Rand Paul among lawmakers opposing TikTok ban laws: ‘I think it’s a mistake’

Sen. Rand Paul (R-Ky.) explained his opposition to a possible nationwide TikTok ban, as many members of both parties opposed the platform, saying a ban would be a “mistake.”

Paul told Fox News in an interview Tuesday that he believes a ban would violate the First Amendment. He noted that TikTok isn’t available in China, where TikTok’s parent company, ByteDance, is based.

“I think it’s a really bad idea. And people must be wondering why the Chinese government is banning TikTok and do we want to emulate the Chinese government? So I think it’s a mistake,” Paul said. “If you ban a social media platform, you know, I don’t know if you get any clearer that that violates the First Amendment.”

Paul’s opposition comes as bills have been introduced in Congress in recent months that would outright ban downloads and use of the app and give the Department of Commerce powers to review and potentially ban technology associated with foreign opposing governments.

Punchbowl News reported that Sen. Josh Hawley (R-Mo.), who introduced the federal TikTok ban, said he would seek unanimous approval for his legislation in the Senate on Wednesday. He told the outlet Tuesday that no one has yet objected to the bill.

TikTok CEO Shou Zi Chew testified before the House Energy and Commerce Committee last week as lawmakers questioned security procedures protecting US users’ data on the app.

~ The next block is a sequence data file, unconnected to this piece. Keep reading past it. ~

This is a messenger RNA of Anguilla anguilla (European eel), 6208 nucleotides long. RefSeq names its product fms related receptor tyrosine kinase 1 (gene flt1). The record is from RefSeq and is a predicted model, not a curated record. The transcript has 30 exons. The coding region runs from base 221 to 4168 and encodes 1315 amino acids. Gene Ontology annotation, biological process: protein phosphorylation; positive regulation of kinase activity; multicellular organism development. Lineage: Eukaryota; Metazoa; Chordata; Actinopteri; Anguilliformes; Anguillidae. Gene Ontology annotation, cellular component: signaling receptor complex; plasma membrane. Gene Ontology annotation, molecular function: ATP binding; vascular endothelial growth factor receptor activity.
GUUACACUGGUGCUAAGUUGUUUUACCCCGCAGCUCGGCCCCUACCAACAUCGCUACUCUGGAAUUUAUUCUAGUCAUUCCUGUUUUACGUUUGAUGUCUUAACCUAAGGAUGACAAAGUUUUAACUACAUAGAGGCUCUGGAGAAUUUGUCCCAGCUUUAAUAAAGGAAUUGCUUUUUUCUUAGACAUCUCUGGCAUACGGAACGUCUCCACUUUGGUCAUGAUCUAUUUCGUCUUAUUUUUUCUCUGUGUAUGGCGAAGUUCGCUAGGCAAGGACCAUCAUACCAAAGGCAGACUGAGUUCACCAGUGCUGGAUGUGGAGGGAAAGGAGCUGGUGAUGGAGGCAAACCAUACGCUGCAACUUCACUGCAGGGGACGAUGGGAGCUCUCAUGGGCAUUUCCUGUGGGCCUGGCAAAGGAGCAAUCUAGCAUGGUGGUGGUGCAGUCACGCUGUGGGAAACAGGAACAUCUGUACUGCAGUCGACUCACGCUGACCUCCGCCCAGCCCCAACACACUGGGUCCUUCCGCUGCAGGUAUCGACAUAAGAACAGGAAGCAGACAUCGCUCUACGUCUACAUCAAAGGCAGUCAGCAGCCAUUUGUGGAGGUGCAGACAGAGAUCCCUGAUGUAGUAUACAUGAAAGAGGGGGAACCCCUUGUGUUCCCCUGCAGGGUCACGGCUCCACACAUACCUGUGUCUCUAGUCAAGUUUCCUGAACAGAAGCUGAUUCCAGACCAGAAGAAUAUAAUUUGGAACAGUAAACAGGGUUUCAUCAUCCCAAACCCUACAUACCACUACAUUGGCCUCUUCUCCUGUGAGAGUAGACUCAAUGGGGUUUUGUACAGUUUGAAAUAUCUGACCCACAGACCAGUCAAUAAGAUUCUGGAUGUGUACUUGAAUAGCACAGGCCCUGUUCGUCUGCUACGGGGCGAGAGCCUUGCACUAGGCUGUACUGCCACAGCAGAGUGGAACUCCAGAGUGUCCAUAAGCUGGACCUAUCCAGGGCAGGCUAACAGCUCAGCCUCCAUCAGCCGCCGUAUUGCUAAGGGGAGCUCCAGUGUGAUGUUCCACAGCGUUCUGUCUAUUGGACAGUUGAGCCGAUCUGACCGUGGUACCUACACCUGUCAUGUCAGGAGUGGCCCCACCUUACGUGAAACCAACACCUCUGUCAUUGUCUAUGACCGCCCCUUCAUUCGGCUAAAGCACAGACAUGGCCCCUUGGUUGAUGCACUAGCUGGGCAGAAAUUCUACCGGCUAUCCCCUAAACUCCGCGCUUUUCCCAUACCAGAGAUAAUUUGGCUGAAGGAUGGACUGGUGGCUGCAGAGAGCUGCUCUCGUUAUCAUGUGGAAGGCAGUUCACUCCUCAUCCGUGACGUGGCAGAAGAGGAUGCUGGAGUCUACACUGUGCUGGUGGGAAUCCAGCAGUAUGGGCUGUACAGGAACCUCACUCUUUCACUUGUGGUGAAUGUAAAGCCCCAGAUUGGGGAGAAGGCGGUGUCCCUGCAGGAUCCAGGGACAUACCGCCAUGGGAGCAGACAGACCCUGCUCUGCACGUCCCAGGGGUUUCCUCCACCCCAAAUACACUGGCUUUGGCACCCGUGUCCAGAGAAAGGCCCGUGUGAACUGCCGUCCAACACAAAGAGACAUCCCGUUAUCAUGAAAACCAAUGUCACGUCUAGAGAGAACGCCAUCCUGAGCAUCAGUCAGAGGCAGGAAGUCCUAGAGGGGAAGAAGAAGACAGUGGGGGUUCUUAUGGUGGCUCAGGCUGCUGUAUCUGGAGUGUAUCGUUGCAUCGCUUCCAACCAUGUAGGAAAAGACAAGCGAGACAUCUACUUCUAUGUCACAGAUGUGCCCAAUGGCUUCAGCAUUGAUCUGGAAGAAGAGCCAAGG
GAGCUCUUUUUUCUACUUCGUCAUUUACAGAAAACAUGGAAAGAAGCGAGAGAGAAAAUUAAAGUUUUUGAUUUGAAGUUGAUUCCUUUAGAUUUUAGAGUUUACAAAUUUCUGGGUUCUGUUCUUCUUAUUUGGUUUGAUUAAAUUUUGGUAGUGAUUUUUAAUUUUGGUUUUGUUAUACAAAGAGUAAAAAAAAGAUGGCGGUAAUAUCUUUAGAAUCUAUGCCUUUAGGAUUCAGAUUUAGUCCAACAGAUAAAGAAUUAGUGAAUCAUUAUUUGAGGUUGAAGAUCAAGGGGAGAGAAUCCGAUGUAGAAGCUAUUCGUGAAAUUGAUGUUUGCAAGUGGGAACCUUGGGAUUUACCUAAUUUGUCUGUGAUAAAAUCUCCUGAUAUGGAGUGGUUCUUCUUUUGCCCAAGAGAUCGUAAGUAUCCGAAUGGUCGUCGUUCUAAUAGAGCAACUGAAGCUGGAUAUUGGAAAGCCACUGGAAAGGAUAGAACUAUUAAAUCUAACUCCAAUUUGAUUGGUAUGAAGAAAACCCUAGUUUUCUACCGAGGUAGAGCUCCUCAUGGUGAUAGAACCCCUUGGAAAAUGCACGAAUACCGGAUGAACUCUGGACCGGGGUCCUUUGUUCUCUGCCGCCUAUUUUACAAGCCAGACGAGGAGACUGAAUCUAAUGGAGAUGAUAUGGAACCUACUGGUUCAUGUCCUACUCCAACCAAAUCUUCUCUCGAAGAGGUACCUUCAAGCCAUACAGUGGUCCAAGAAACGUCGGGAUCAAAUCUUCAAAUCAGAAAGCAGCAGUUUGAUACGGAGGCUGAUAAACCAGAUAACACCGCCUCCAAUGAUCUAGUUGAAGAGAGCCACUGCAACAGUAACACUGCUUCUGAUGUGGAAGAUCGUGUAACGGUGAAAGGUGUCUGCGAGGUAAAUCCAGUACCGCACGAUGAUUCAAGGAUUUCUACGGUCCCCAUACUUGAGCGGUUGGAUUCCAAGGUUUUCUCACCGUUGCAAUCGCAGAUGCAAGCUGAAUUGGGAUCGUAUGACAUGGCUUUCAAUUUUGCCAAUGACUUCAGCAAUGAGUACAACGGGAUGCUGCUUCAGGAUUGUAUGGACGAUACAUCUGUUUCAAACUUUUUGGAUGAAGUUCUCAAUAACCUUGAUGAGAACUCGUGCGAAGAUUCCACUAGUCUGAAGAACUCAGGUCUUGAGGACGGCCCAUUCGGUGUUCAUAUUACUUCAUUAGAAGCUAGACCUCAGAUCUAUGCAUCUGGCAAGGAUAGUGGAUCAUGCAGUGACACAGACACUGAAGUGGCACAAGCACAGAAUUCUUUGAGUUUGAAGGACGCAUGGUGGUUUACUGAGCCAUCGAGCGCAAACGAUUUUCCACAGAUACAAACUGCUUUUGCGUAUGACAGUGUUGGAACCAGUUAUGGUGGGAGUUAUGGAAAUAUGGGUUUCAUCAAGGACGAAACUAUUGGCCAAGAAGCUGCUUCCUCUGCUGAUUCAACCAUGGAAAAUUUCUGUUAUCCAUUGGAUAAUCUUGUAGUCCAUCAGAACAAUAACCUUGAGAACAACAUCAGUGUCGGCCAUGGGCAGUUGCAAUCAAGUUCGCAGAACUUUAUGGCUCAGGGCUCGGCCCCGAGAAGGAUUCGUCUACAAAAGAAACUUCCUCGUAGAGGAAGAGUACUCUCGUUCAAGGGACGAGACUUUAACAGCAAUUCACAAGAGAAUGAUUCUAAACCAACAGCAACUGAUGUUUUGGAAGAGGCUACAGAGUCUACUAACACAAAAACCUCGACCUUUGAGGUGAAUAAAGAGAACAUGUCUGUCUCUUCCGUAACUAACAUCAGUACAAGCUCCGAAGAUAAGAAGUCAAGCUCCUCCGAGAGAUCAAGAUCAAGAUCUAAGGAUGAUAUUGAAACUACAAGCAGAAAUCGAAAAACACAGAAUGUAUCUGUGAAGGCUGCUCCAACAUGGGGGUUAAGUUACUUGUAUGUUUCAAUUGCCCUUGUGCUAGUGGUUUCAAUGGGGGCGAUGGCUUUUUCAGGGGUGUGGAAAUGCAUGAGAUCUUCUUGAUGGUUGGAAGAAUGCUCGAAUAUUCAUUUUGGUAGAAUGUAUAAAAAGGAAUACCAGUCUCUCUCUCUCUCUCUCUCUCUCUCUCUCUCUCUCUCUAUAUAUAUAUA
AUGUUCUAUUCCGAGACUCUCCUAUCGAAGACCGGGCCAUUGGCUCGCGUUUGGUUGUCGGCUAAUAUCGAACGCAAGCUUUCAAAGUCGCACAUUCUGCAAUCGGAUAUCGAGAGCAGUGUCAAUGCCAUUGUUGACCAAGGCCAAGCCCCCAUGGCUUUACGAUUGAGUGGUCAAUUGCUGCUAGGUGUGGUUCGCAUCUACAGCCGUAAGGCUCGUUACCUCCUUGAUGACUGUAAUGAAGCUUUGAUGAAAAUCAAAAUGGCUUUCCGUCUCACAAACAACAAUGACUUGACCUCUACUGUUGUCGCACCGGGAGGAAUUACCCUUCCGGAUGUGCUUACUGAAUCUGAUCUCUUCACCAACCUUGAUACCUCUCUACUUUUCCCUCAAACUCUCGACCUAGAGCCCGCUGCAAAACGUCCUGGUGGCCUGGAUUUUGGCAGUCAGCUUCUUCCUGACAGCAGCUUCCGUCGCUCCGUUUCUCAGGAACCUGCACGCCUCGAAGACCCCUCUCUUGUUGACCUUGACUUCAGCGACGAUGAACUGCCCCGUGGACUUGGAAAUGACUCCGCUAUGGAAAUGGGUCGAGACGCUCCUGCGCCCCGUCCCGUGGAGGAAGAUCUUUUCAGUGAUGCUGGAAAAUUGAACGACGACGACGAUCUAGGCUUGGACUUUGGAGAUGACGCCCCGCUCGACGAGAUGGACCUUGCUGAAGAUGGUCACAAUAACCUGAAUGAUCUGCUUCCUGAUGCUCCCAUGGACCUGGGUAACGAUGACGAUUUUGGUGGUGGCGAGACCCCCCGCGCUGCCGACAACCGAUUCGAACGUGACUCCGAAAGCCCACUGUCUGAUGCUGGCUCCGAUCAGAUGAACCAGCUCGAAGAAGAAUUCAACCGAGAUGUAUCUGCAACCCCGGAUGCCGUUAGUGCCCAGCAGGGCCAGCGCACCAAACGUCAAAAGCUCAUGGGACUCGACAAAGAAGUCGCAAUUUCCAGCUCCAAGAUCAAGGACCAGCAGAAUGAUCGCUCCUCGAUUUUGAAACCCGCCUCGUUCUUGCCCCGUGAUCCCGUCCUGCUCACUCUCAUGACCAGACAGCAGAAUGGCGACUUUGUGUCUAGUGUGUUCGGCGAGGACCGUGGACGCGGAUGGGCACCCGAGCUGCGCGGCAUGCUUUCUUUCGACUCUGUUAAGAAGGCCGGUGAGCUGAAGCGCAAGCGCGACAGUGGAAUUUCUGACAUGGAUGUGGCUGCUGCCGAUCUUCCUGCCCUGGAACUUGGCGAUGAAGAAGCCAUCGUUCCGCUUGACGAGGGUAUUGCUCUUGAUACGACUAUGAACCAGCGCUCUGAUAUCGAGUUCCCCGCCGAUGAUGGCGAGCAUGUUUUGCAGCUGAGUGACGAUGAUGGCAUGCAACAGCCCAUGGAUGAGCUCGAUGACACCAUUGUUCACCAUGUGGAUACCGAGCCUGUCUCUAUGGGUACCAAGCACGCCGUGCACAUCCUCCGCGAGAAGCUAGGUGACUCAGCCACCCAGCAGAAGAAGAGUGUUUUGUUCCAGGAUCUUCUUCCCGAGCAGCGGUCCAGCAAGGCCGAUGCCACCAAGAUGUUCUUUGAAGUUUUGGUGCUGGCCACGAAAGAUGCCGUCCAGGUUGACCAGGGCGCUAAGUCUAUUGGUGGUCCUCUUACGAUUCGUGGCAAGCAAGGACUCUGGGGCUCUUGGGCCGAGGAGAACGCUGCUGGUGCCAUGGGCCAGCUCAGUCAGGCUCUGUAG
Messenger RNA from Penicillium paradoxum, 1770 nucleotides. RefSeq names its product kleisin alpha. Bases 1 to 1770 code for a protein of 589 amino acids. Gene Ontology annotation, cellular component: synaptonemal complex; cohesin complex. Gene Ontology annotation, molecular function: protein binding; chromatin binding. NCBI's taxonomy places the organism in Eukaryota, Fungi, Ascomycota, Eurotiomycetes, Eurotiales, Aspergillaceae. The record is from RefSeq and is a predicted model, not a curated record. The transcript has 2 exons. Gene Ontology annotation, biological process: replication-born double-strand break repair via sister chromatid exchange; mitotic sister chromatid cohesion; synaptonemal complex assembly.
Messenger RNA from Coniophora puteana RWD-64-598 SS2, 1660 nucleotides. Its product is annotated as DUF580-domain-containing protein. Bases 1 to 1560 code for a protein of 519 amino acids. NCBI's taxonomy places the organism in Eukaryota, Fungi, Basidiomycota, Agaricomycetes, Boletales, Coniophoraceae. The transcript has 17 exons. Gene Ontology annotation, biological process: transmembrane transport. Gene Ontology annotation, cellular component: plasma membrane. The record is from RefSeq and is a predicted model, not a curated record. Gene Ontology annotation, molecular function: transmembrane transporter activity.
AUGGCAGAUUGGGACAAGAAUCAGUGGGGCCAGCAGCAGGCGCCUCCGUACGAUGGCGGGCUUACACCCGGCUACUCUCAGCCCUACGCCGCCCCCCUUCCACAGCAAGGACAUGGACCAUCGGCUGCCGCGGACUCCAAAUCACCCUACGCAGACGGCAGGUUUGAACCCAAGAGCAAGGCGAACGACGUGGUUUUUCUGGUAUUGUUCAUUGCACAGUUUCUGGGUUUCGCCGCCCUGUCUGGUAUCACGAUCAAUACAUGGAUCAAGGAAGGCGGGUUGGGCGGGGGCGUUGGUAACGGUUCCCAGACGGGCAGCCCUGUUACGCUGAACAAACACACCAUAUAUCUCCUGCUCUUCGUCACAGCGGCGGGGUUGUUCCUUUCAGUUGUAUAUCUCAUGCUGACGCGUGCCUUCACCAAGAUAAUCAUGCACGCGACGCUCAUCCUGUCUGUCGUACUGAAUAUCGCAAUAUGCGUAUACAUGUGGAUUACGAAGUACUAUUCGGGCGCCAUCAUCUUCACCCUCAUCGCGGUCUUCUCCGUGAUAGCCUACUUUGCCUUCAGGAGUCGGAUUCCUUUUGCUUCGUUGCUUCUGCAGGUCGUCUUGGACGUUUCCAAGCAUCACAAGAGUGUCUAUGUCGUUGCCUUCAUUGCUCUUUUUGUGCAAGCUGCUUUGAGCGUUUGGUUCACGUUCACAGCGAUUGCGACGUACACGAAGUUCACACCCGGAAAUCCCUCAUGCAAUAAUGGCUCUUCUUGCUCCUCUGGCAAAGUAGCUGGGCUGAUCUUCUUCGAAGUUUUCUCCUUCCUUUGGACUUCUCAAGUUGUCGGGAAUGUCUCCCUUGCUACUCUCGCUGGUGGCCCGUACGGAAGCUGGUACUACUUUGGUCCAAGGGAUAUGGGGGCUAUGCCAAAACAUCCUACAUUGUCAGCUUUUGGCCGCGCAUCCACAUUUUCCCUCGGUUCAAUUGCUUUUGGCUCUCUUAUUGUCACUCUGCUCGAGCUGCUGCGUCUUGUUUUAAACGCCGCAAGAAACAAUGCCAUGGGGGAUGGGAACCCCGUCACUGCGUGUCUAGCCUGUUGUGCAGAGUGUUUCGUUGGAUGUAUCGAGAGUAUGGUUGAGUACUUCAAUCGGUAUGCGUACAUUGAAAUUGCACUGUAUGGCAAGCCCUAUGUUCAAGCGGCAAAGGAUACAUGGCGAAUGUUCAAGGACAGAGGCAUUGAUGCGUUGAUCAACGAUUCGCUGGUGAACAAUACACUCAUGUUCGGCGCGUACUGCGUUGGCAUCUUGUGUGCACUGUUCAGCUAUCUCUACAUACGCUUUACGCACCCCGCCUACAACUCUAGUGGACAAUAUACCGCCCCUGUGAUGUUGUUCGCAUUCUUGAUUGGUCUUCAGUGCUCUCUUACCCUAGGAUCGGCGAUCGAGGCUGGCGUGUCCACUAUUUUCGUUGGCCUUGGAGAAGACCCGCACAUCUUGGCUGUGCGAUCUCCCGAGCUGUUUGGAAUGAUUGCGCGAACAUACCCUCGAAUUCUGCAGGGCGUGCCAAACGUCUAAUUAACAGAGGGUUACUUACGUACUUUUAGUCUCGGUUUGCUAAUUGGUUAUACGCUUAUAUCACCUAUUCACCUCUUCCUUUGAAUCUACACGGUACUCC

Congressmen on both sides of the political aisle have raised concerns that the Chinese government has access to the data since TikTok is owned by a Chinese company. Chew paused at the hearing, and TikTok has stressed over the months that it is not subject to the actions of the Chinese Communist Party and has policies in place to protect users’ personal information.

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Several House Democrats have declared their opposition to a possible TikTok ban, including Rep. Ilhan Omar (Minnesota), Jamaal Bowman (NY) and Alexandria Ocasio-Cortez (NY), but Paul makes at least one Republican opposing the effort.

Paul mentioned that the court system blocked an attempted ban by the Trump administration back in 2020, and the courts could again block any potential ban.

“I support the First Amendment, which says companies doing business in the United States should not restrict their speech, or people trying to broadcast their speech on these platforms,” ​​he said.

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